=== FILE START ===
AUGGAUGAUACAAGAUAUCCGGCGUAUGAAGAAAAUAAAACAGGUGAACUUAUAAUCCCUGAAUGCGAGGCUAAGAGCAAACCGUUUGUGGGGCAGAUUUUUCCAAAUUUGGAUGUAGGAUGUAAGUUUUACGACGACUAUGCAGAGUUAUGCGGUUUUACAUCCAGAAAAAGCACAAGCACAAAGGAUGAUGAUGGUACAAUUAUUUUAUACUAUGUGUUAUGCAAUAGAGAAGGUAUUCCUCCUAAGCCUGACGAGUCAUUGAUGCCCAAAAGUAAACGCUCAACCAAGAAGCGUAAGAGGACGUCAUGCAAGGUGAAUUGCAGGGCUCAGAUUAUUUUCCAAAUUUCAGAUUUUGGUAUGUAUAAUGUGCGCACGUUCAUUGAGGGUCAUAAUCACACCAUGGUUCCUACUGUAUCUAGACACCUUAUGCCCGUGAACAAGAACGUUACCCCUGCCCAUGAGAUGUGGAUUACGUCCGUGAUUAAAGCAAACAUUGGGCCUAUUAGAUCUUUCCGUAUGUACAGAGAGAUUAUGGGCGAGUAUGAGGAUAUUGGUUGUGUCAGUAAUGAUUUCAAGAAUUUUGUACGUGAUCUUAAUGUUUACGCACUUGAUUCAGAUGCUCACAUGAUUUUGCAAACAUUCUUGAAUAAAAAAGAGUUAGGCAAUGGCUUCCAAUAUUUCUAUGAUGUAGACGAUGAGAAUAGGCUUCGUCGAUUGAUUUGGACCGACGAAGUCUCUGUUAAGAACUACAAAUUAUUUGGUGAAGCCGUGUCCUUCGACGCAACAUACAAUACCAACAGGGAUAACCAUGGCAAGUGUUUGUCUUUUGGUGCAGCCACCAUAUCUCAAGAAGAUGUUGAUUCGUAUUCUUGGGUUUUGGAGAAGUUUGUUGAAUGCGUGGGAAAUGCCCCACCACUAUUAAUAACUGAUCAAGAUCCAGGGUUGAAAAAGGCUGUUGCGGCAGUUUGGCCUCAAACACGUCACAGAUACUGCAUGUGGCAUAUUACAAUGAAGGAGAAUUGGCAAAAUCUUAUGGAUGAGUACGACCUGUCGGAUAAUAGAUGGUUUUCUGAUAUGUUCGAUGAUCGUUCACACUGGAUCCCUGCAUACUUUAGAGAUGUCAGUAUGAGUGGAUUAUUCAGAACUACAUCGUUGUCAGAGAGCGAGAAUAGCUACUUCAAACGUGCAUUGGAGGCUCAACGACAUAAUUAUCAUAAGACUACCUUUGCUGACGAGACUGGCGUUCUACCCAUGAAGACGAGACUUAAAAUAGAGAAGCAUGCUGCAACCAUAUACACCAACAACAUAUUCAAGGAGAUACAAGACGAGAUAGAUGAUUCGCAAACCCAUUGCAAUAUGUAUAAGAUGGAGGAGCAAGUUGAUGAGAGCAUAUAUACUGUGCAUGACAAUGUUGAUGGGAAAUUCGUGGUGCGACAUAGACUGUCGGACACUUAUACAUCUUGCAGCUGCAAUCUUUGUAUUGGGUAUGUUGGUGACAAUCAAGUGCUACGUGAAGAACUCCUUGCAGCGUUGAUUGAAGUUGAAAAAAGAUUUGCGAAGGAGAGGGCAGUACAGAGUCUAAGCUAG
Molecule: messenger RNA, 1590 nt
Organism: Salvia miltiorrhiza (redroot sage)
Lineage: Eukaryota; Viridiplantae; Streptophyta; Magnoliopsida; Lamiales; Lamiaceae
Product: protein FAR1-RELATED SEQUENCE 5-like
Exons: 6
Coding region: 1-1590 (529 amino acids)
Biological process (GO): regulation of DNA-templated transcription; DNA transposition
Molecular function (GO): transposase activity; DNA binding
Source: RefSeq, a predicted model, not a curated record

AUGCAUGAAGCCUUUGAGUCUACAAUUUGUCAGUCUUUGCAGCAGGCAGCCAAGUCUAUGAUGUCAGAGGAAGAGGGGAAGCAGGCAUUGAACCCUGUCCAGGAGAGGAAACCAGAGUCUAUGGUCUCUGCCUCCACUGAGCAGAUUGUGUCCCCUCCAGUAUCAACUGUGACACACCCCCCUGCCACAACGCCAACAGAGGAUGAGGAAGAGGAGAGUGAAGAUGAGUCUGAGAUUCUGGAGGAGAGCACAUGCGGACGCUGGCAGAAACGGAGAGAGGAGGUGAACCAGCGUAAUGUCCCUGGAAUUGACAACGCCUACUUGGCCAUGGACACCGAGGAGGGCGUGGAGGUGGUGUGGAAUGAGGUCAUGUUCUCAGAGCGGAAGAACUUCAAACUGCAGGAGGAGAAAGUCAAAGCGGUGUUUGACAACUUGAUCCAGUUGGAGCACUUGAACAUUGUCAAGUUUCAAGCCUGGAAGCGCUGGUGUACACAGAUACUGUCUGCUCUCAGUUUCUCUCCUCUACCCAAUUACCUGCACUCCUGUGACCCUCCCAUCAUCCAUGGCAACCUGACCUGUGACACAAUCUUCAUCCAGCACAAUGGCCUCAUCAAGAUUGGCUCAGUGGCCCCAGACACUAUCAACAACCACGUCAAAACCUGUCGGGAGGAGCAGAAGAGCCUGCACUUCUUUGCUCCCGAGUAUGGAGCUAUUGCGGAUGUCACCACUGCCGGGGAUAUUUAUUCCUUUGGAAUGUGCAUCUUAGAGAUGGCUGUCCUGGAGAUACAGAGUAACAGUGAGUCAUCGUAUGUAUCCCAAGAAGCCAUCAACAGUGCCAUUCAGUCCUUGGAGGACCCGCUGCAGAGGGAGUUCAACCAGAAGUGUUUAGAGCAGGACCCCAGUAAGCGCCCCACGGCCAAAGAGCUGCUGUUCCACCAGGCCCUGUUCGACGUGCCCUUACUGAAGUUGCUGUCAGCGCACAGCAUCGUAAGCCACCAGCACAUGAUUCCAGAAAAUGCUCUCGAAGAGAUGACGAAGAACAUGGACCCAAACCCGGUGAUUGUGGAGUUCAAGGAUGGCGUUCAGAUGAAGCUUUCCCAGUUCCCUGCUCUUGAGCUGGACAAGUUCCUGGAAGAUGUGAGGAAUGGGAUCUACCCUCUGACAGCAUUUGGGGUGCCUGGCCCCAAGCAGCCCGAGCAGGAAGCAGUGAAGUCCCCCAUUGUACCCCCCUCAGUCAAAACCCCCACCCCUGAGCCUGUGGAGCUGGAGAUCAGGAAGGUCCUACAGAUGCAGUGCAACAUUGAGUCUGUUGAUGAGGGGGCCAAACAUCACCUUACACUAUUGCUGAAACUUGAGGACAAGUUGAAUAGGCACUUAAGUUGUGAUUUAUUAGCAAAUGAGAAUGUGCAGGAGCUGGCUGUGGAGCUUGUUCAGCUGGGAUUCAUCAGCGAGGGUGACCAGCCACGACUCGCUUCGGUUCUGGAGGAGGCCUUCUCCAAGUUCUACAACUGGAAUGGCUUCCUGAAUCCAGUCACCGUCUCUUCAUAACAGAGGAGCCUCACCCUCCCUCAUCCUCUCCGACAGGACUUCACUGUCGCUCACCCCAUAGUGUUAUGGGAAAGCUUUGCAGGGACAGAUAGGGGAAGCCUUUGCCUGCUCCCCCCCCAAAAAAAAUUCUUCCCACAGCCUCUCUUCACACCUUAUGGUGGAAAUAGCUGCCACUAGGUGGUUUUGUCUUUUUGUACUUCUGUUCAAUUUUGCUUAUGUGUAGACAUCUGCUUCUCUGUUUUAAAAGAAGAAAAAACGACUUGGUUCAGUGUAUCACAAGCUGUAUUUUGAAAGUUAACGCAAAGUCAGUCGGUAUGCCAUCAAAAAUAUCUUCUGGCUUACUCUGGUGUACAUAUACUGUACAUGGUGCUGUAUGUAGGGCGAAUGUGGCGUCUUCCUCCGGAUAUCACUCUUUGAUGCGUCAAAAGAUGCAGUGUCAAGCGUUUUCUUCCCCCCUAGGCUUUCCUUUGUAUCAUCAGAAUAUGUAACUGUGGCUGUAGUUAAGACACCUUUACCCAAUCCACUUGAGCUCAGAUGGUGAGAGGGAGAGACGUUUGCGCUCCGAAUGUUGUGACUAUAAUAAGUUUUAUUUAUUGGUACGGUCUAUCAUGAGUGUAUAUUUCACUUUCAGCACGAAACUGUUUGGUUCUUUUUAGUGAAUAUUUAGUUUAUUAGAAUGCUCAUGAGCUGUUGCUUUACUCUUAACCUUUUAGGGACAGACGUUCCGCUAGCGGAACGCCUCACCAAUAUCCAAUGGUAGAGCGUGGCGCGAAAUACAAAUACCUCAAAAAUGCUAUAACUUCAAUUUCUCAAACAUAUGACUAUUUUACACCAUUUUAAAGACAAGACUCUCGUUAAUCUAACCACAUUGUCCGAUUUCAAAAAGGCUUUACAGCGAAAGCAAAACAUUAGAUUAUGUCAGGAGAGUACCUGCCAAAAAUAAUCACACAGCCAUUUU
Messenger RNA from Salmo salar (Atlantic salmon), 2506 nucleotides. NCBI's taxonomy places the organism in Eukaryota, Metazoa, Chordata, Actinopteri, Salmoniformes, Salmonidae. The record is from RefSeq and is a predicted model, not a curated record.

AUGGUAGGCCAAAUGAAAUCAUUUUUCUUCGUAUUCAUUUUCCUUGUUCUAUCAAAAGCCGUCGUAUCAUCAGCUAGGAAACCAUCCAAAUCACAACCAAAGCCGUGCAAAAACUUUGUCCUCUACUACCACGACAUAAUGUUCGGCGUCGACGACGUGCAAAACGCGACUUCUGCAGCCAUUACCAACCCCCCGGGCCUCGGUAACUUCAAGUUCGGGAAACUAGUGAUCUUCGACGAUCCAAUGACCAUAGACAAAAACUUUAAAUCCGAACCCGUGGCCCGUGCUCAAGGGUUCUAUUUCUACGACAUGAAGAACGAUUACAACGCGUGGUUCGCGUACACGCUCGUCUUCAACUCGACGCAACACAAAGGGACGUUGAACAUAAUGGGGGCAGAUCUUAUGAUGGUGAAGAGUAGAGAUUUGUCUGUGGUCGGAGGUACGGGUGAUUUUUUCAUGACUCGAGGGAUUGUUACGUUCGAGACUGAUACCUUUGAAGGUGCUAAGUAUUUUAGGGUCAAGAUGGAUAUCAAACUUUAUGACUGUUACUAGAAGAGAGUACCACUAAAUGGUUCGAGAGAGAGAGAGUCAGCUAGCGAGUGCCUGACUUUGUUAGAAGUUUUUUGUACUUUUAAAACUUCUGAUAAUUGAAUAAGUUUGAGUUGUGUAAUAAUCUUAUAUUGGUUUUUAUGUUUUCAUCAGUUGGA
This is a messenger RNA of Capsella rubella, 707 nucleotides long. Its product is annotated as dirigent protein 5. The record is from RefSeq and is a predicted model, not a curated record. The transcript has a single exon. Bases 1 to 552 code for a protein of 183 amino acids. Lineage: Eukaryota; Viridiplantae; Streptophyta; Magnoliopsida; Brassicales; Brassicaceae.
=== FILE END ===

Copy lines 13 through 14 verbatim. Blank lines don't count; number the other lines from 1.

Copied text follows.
AUGGUAGGCCAAAUGAAAUCAUUUUUCUUCGUAUUCAUUUUCCUUGUUCUAUCAAAAGCCGUCGUAUCAUCAGCUAGGAAACCAUCCAAAUCACAACCAAAGCCGUGCAAAAACUUUGUCCUCUACUACCACGACAUAAUGUUCGGCGUCGACGACGUGCAAAACGCGACUUCUGCAGCCAUUACCAACCCCCCGGGCCUCGGUAACUUCAAGUUCGGGAAACUAGUGAUCUUCGACGAUCCAAUGACCAUAGACAAAAACUUUAAAUCCGAACCCGUGGCCCGUGCUCAAGGGUUCUAUUUCUACGACAUGAAGAACGAUUACAACGCGUGGUUCGCGUACACGCUCGUCUUCAACUCGACGCAACACAAAGGGACGUUGAACAUAAUGGGGGCAGAUCUUAUGAUGGUGAAGAGUAGAGAUUUGUCUGUGGUCGGAGGUACGGGUGAUUUUUUCAUGACUCGAGGGAUUGUUACGUUCGAGACUGAUACCUUUGAAGGUGCUAAGUAUUUUAGGGUCAAGAUGGAUAUCAAACUUUAUGACUGUUACUAGAAGAGAGUACCACUAAAUGGUUCGAGAGAGAGAGAGUCAGCUAGCGAGUGCCUGACUUUGUUAGAAGUUUUUUGUACUUUUAAAACUUCUGAUAAUUGAAUAAGUUUGAGUUGUGUAAUAAUCUUAUAUUGGUUUUUAUGUUUUCAUCAGUUGGA
This is a messenger RNA of Capsella rubella, 707 nucleotides long. Its product is annotated as dirigent protein 5. The record is from RefSeq and is a predicted model, not a curated record. The transcript has a single exon. Bases 1 to 552 code for a protein of 183 amino acids. Lineage: Eukaryota; Viridiplantae; Streptophyta; Magnoliopsida; Brassicales; Brassicaceae.